Perhaps it’s possible to separate the thrill of encountering a fascinating mind from the fizz of libido, but I can’t imagine why anyone would want to.
That species of desire makes ideas feel more vitally connected to our bodily lives and tells us that passions can be spurred by qualities deeper than six-pack abs.
As a result, Kipnis herself became the subject of a disturbingly opaque investigation, although she was soon cleared.
Then she wrote about Exactly what happened between the philosophy professor and his two students is not all that material to Kipnis’s argument: She is more concerned that the new university strictures permit only one view of student-faculty relationships, when in fact, like most human connections, they sprawl across a bewildering spectrum.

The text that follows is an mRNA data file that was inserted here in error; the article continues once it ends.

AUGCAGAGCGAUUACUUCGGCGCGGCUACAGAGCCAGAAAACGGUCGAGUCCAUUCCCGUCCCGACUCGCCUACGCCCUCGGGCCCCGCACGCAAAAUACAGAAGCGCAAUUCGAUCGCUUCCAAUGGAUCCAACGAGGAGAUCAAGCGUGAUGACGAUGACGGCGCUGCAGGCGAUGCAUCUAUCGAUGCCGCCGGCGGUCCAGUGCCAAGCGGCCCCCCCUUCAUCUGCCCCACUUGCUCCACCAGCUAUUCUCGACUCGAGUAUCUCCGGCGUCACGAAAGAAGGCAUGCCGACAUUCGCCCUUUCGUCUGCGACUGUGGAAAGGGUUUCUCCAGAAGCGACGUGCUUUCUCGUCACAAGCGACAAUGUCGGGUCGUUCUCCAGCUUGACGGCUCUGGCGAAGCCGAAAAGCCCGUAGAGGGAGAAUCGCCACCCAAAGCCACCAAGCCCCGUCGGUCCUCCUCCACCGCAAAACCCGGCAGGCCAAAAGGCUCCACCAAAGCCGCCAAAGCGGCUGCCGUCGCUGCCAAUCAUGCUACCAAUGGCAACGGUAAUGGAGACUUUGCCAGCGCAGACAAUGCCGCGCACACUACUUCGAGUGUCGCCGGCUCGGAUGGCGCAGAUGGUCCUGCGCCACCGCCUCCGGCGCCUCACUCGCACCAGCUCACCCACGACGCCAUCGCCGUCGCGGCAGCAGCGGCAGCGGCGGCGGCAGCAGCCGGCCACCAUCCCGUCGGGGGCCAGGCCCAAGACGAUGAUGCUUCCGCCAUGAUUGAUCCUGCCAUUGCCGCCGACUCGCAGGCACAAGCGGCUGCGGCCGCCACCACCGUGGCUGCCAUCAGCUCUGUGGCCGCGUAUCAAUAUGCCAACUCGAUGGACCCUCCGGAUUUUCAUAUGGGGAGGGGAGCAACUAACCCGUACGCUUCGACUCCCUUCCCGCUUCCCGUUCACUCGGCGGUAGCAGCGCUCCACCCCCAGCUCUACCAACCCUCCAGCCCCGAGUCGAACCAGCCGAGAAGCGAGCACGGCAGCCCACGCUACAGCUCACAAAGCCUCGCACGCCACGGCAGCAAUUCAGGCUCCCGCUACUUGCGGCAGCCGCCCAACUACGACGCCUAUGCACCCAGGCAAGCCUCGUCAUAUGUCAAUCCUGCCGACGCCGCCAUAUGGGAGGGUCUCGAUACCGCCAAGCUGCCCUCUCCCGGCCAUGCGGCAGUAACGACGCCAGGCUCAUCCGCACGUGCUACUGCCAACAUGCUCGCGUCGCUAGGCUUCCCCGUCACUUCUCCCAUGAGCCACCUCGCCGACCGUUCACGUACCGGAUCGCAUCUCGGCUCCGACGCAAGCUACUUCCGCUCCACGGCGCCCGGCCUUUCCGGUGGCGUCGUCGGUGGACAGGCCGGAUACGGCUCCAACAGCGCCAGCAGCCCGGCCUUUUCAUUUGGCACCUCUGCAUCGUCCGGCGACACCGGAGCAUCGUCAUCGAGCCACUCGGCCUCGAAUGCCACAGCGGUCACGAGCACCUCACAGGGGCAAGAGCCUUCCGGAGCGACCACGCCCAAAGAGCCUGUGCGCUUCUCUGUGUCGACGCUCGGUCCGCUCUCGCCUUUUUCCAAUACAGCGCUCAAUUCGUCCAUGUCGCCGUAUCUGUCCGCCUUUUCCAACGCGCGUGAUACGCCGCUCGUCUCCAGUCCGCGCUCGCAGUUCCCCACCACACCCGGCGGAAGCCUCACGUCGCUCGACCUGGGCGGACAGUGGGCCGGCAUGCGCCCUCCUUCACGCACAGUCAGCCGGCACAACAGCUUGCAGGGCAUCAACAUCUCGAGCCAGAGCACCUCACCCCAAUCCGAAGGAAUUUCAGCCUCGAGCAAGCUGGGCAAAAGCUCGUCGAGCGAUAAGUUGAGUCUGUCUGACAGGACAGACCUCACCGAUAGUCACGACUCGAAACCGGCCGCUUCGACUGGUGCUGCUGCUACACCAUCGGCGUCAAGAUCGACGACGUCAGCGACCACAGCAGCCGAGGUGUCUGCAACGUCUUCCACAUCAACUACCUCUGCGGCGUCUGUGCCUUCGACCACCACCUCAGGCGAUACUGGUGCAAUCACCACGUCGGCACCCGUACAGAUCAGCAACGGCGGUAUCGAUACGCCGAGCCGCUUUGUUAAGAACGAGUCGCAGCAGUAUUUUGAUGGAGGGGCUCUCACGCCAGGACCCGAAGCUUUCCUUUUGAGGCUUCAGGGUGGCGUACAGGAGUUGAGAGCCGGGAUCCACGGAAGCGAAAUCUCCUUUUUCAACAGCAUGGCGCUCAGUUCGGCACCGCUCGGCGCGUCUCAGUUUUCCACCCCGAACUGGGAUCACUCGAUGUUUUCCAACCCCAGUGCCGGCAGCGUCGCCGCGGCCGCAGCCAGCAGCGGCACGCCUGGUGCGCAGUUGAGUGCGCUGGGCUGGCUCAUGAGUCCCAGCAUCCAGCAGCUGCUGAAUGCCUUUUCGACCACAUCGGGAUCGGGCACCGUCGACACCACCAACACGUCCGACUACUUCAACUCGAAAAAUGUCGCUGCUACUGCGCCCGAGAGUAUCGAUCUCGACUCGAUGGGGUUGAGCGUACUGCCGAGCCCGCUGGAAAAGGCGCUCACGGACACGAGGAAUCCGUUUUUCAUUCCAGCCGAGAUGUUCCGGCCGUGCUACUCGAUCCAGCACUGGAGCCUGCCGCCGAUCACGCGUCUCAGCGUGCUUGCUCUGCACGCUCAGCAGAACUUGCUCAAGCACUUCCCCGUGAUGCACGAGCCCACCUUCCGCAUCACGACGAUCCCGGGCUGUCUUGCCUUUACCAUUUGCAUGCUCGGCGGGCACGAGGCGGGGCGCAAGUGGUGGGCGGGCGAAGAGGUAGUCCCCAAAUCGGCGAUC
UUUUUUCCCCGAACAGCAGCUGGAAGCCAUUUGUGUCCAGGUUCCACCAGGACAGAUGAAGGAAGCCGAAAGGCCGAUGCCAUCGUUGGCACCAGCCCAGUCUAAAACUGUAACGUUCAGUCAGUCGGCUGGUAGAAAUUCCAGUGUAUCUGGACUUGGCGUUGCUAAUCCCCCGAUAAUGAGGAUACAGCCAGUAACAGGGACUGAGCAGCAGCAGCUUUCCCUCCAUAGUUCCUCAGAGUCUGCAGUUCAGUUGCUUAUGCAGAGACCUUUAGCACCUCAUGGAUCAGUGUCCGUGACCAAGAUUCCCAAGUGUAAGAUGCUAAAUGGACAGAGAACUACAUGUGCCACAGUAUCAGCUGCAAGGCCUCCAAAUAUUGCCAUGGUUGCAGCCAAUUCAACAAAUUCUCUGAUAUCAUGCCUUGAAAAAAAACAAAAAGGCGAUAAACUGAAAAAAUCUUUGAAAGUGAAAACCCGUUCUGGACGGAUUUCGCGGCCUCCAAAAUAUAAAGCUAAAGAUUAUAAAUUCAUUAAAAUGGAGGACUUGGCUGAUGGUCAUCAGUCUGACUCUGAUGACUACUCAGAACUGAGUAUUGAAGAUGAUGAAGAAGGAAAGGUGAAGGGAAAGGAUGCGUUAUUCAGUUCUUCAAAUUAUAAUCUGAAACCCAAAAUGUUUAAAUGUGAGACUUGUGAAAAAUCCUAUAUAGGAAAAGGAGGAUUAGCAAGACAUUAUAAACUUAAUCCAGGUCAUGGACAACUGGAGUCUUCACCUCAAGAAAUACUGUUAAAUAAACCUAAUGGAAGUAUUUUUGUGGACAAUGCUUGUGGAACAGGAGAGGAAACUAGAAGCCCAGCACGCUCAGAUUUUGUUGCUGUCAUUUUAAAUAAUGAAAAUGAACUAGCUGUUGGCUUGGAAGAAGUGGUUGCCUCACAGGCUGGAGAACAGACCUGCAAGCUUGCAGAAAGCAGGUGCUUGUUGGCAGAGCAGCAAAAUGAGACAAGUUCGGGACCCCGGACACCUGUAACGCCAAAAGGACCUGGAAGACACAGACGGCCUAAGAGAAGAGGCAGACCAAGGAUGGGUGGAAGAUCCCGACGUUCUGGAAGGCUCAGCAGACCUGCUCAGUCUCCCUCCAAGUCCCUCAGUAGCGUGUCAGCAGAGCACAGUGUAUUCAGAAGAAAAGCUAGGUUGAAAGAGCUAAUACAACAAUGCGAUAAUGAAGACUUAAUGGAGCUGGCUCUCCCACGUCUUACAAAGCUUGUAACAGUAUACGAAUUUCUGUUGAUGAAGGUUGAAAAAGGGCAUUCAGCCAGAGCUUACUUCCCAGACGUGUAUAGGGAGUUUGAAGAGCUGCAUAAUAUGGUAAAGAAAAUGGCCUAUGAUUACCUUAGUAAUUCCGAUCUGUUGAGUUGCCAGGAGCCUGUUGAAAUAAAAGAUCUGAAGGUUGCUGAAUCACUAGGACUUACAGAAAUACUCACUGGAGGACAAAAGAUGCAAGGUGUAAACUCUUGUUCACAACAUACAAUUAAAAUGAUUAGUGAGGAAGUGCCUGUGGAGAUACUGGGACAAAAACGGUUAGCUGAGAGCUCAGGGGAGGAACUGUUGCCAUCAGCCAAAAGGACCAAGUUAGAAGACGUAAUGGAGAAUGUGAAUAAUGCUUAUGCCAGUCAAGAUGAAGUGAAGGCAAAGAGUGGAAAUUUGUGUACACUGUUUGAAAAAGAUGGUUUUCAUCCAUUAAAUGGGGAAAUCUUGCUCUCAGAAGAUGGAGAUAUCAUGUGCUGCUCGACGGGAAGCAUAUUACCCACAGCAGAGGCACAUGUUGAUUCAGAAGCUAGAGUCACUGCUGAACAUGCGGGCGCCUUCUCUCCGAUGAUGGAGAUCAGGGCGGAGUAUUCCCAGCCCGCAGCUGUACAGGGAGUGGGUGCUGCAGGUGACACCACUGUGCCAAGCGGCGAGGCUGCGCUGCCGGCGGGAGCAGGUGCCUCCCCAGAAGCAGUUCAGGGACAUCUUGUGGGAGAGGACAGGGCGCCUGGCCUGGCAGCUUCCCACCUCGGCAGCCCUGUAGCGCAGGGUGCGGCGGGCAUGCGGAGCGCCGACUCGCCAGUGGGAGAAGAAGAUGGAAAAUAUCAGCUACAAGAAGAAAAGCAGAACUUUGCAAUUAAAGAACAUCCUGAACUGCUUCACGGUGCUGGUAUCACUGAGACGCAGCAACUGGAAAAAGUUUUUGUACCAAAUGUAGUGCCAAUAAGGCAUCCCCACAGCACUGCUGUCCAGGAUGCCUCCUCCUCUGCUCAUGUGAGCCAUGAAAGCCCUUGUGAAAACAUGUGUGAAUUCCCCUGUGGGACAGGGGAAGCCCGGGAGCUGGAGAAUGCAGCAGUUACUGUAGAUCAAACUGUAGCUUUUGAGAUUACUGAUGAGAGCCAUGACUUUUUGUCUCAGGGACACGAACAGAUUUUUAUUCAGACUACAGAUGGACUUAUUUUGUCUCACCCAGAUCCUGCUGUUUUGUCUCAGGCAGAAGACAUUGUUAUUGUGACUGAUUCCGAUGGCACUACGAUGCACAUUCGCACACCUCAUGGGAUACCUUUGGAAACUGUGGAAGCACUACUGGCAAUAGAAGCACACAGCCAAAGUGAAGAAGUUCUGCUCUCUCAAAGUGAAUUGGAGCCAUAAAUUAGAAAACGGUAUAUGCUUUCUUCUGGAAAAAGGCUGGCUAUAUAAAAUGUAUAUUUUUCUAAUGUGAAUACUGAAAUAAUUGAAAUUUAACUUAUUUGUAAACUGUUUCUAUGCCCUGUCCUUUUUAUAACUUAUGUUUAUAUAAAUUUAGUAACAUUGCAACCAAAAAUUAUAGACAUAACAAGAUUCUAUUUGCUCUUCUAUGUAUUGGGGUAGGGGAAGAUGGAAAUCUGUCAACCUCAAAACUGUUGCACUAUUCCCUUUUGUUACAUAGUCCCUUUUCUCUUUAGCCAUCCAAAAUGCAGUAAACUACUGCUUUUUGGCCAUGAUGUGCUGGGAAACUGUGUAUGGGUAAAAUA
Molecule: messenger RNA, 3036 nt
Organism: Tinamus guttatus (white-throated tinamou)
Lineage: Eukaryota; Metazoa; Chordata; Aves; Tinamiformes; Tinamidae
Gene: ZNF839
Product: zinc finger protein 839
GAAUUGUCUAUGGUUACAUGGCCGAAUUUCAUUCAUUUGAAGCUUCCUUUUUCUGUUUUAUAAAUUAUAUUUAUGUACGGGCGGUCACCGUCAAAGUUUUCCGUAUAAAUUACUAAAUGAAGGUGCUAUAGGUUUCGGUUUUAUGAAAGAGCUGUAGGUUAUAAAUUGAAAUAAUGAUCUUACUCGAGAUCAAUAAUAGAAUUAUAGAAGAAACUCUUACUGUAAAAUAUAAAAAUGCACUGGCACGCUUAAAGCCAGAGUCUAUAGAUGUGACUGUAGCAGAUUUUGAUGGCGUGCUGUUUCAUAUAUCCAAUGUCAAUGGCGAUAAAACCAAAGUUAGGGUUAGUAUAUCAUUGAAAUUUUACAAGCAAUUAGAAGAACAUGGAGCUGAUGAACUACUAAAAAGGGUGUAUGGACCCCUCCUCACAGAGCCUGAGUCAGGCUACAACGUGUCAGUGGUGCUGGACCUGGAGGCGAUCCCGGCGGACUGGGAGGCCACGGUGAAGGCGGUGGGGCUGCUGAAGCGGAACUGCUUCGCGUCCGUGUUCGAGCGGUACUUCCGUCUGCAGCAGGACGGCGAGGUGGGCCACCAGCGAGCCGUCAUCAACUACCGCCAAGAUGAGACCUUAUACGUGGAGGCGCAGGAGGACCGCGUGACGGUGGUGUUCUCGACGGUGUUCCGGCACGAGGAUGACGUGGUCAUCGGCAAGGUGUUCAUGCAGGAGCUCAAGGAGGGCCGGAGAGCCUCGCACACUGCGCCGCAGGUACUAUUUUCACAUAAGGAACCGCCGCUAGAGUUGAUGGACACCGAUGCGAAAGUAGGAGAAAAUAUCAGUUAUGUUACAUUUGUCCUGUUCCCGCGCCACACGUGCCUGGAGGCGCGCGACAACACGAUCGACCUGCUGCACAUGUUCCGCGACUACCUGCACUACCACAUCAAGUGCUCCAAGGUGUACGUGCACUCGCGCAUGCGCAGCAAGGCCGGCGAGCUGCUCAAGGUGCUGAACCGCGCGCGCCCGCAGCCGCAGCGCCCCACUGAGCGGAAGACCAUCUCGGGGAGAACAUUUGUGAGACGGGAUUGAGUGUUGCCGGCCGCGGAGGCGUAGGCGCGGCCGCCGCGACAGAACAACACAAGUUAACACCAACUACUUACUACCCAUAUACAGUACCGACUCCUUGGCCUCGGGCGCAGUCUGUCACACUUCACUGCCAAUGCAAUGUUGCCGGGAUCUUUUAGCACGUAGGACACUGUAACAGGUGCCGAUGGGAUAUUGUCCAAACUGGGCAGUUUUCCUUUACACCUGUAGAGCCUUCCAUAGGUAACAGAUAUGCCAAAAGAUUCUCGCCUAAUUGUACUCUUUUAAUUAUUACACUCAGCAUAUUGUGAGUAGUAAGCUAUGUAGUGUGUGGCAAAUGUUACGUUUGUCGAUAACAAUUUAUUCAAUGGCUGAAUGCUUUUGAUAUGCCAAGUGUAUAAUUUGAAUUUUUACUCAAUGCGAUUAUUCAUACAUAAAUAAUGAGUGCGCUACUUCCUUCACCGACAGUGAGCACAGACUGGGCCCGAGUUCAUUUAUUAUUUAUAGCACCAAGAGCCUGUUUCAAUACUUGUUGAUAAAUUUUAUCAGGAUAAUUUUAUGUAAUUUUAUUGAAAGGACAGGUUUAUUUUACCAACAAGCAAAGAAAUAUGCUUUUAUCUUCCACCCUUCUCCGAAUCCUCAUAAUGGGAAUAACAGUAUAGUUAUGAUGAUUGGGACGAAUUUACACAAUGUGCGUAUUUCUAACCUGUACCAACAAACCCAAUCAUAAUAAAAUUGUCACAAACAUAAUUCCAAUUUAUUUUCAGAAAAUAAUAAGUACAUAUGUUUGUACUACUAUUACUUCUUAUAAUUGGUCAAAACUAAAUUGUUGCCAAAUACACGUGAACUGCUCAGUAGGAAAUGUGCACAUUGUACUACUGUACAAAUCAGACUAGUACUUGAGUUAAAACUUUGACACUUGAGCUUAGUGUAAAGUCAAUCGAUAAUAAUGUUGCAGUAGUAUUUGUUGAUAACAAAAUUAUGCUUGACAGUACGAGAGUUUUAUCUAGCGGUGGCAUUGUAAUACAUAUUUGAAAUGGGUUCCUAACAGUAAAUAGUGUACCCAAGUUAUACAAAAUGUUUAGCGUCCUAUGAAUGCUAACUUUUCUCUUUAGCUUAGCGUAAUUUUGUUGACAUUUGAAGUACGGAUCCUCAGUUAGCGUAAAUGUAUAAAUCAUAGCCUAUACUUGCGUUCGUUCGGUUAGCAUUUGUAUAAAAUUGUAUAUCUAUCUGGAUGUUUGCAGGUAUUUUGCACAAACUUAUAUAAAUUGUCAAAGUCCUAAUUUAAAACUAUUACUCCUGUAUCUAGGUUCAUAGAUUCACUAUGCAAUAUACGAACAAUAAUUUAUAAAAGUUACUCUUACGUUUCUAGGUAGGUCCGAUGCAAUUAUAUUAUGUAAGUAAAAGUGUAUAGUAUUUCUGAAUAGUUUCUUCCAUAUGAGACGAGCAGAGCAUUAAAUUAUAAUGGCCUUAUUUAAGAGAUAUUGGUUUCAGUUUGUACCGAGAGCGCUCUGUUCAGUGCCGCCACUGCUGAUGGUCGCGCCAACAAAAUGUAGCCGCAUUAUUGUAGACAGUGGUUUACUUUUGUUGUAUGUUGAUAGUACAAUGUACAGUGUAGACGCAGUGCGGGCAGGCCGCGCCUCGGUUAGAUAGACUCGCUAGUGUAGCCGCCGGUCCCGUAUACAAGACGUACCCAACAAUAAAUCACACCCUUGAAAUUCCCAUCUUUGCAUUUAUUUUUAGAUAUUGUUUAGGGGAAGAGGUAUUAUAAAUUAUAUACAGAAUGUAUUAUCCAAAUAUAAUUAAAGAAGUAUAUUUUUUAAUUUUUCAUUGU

The official model will of course apply in some cases, but it will also do an injustice in a great many others.
In particular, this model invalidates the student’s own desire and self-determination.
Like many vaguely parental relationships, the pedagogic one can have a strong and unsettling erotic undertow.
Yet at the root of this queasy dynamic was genuine intellectual excitement.
His class set off a series of firecrackers in my understanding of books, ideas whose impact I can still recollect vividly.
Like a drunk person or a child, a student, by definition, cannot consent to a tryst with a faculty member.
As Harvard’s policy puts it, “Even when both parties have consented at the outset to the development of a romantic or sexual relationship between individuals of different University status, it is the person in the position of greater authority who, by virtue of his or her special responsibility and the core educational mission [of the faculty of Arts and Sciences], will be held accountable for unprofessional behavior.” How did we get to the point of protecting young adults’ feelings by denying that their feelings count?